How much greens should I feed my rabbit? If you’re a rabbit owner, then this question must have crossed your mind before. We suggest you feed your rabbits 1 tbsps of non-leafy greens per 2 pounds of body weight daily.
There are other things you should know that will also affect the amount of greens you should feed your bunnies daily, and we will talk about them shortly.
So, we advise you stick around while we expand more on the topic.
Let’s get started!
How Much Greens Should I Feed My Rabbit?
Generally, you should feed your rabbit 1 tbsp of non-leafy green veggies per 2 pounds of body weight per day.
For instance, a bunny weighing 3 pounds should eat an average of 1/8 cup (2 tablespoons) pellets, 1.5 cups leafy greens, and 1.5 tbsps of chopped veggies (non-leafy greens) per day.
Rabbits are herbivores and should be fed primarily vegetables. Greens such as kale, spinach, carrots, broccoli, and cucumbers make up a large percentage of the diet for rabbits in captivity.
These vegetables can be fresh or canned (preferably without salt). A good variety is essential to ensure your rabbit gets all the nutrients it needs for a healthy diet.
It’s worth noting that the amount of greens to feed your rabbit depends on age, weight, and health status. How much is needed will vary from one bunny to another depending on individual needs.
When considering the appropriate daily greens intake, a good rule of thumb is: “half their body weight in pounds each day” (e.g., an eight-pound rabbit would need about four cups of greens each day).
Choose vegetables that are not high in sugar and offer a variety of vitamins, including A, B12, C, D.
It is vital to provide the greens with high levels of vitamin E because rabbits can’t make their own, so it has to come from food sources like leafy green vegetables or cabbage leaves (not grapefruit).
Do Rabbits Need Greens Every Day?
Yes, rabbits need greens every day. They are herbivores, and they will not get all of the nutrients they need from hay alone.
Additionally, fresh grasses provide vitamins A, B-complex, and C, and calcium, which can help with teeth problems.
Rabbits should have a minimum of one cup of greens per day.
Grass and vegetables can be fed on a daily basis, while fruits should only be given in small amounts due to their high sugar content.
Some people like to supplement hay with fresh produce as well because it is not always possible for rabbits to have access outside or within the cage at all times during the day.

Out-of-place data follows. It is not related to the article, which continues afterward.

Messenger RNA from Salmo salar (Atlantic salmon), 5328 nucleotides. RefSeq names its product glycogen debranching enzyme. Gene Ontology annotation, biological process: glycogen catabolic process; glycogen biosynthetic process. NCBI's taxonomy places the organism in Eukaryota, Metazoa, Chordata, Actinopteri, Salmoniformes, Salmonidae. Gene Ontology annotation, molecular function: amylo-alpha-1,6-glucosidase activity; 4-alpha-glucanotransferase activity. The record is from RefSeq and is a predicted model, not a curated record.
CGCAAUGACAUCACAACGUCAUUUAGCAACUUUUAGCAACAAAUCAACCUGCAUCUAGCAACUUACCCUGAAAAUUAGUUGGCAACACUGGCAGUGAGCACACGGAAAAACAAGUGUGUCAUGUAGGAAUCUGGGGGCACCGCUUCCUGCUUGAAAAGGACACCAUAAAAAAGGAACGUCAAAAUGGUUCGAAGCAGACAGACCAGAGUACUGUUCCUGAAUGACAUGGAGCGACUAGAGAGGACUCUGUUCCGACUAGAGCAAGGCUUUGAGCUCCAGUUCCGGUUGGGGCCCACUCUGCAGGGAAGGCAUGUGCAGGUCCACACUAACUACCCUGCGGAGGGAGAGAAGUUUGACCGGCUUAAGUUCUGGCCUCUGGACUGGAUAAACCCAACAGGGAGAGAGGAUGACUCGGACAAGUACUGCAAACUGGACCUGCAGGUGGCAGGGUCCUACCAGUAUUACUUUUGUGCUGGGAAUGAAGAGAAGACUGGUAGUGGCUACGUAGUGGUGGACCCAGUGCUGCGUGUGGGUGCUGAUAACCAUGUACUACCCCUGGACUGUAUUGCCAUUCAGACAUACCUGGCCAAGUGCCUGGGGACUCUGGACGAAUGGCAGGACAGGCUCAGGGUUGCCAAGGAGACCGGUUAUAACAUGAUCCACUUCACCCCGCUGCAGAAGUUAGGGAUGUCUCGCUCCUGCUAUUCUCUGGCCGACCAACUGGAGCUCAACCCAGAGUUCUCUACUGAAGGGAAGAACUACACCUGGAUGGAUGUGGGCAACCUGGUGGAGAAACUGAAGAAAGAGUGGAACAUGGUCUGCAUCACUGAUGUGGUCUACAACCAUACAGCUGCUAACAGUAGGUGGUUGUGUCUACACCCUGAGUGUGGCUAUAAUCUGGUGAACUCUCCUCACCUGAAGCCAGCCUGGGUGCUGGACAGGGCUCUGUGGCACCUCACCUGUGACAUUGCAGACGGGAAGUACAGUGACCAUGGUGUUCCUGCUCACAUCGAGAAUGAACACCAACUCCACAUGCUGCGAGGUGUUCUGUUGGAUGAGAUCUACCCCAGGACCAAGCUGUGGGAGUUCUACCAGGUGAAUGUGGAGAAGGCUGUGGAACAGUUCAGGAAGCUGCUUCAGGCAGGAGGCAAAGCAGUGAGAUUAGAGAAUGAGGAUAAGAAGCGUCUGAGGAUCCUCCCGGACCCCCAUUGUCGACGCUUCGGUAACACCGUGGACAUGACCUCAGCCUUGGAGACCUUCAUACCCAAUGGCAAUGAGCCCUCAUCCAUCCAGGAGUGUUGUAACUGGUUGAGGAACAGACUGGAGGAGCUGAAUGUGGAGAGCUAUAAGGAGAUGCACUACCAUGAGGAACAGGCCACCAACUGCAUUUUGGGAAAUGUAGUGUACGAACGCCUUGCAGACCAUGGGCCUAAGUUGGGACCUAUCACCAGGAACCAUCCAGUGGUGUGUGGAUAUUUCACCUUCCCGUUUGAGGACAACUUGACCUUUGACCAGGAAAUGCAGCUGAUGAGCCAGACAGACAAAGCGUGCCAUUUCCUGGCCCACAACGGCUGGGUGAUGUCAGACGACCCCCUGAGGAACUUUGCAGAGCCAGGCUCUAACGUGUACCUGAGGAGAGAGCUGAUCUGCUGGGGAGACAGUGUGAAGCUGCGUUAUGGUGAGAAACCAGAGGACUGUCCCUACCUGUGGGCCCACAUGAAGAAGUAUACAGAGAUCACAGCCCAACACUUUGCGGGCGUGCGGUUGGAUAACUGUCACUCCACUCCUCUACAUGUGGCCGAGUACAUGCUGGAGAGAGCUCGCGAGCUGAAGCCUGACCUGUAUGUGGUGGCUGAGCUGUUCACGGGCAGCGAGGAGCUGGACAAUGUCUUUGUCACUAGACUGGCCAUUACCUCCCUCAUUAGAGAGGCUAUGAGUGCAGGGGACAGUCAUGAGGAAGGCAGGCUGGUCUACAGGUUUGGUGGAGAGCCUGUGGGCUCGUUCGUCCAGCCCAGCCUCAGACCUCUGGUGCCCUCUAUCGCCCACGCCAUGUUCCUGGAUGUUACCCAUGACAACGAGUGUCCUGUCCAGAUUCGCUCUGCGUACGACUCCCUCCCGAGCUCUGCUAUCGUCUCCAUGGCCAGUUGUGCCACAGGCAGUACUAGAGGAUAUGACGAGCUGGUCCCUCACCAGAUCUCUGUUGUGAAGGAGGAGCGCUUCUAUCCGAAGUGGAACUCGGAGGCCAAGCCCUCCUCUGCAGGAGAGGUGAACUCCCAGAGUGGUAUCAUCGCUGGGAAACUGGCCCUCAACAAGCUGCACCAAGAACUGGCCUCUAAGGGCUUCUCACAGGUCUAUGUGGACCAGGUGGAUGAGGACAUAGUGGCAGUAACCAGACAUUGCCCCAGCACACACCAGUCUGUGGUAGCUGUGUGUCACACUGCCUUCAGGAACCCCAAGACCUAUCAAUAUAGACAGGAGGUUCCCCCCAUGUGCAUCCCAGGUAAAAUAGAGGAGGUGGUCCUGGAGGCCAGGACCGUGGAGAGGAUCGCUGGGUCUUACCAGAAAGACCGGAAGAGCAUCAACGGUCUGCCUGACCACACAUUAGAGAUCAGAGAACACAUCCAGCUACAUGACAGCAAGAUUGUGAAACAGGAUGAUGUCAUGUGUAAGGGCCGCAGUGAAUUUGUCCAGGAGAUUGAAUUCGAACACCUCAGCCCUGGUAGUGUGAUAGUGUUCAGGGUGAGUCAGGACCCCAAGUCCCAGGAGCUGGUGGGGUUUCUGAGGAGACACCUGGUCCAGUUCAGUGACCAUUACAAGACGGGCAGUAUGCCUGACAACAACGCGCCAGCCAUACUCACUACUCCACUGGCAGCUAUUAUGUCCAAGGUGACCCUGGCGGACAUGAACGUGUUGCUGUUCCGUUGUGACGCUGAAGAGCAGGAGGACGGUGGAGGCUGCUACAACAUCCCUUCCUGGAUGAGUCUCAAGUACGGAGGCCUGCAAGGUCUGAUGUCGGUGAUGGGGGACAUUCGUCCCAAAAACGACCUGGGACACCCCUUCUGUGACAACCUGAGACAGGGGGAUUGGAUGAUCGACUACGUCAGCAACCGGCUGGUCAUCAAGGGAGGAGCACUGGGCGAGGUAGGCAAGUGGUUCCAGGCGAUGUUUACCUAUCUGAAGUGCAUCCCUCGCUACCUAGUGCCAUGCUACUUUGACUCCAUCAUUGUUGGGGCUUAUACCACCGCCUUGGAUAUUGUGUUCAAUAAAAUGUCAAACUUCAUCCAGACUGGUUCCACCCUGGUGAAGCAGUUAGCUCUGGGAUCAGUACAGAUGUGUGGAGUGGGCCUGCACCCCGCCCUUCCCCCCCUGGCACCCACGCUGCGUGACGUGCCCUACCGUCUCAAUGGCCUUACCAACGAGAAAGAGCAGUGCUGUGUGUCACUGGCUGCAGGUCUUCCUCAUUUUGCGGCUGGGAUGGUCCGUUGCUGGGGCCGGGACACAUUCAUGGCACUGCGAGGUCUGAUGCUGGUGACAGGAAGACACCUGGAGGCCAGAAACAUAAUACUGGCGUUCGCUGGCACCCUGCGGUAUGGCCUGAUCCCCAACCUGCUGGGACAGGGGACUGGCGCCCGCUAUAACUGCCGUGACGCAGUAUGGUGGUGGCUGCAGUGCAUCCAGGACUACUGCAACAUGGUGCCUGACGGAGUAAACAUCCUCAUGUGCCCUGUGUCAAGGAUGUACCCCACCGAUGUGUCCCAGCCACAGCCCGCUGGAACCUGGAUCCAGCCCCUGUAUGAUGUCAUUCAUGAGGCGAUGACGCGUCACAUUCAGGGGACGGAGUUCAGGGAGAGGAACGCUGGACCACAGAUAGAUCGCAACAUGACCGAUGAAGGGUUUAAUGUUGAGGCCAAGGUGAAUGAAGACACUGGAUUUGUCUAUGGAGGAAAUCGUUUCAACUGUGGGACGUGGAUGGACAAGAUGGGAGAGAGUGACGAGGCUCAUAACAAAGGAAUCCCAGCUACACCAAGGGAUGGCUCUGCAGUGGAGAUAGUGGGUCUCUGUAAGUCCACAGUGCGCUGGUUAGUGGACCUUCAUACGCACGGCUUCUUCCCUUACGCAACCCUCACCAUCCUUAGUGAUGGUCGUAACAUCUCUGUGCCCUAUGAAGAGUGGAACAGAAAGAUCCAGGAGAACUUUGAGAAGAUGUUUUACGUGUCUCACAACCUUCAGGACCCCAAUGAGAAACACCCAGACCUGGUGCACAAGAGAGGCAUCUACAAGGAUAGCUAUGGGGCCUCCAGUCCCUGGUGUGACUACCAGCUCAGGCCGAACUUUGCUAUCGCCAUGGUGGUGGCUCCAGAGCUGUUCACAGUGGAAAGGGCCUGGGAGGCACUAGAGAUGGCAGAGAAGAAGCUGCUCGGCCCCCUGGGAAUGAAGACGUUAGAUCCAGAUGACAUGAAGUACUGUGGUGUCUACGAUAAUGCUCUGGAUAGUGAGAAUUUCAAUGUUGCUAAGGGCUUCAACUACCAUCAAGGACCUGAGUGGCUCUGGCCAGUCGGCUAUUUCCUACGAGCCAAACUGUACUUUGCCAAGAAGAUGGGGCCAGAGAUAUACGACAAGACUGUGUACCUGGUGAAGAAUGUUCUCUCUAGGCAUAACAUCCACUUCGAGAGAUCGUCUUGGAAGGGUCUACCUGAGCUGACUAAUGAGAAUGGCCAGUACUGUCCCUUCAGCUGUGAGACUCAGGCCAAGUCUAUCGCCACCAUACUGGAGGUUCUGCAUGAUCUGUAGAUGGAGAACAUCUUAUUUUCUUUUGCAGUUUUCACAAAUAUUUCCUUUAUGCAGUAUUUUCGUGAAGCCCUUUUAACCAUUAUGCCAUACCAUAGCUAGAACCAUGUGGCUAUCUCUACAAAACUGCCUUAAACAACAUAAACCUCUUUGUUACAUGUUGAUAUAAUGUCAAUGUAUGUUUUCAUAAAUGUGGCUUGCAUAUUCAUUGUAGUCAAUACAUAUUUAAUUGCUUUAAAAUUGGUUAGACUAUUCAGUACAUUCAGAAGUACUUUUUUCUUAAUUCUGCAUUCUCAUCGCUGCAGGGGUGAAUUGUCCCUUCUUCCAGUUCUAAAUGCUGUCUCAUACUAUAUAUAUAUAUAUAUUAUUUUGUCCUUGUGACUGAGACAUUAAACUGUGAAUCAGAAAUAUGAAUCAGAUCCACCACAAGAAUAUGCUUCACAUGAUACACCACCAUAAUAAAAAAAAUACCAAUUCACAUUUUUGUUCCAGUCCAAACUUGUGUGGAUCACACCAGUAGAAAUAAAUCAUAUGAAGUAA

Rabbits should be given fresh produce at least once a week but twice is better. If you have more than one rabbit, make sure to alternate the greens to not eat all of the same foods in one sitting and risk digestive problems like diarrhea or gas.
If your rabbits seem reluctant to eat their grass, start by sprinkling it with a little bit of fruit juice or some pellets and gradually decrease the amount you use.
Can Rabbits Eat Too Many Greens?
Rabbits are herbivores, which means they eat plants and vegetation. They should make up about 75% of their diet in order to stay healthy.
Rabbits need large amounts of fiber for digestion, which is why it’s crucial that rabbits have a variety of vegetables available at all times. Vegetables contain different types of fiber, which help the digestive system regulate itself.
But don’t forget that some leafy greens, such as parsley, Swiss chard, kale, escarole, collard, and dandelion greens, should be fed in moderation.
This is because these greens are very high in calcium and may aid the development of calcium-based bladder stones if consumed too much.
The following list of vegetables is a few that should be provided for rabbits: celery, kale, spinach, lettuce, and cabbage.
It is important never to feed your rabbit any type of fruit or vegetable that has been canned because it will contain too much sugar.
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Hopefully, you already know how much greens you should feed your rabbits daily. You want to religiously follow the guides shared above when you want to provide your rabbits with green veggies to ensure their wellbeing.
And there’s anything that is still confusing you about this; we suggest you consult with your vet for professional advice.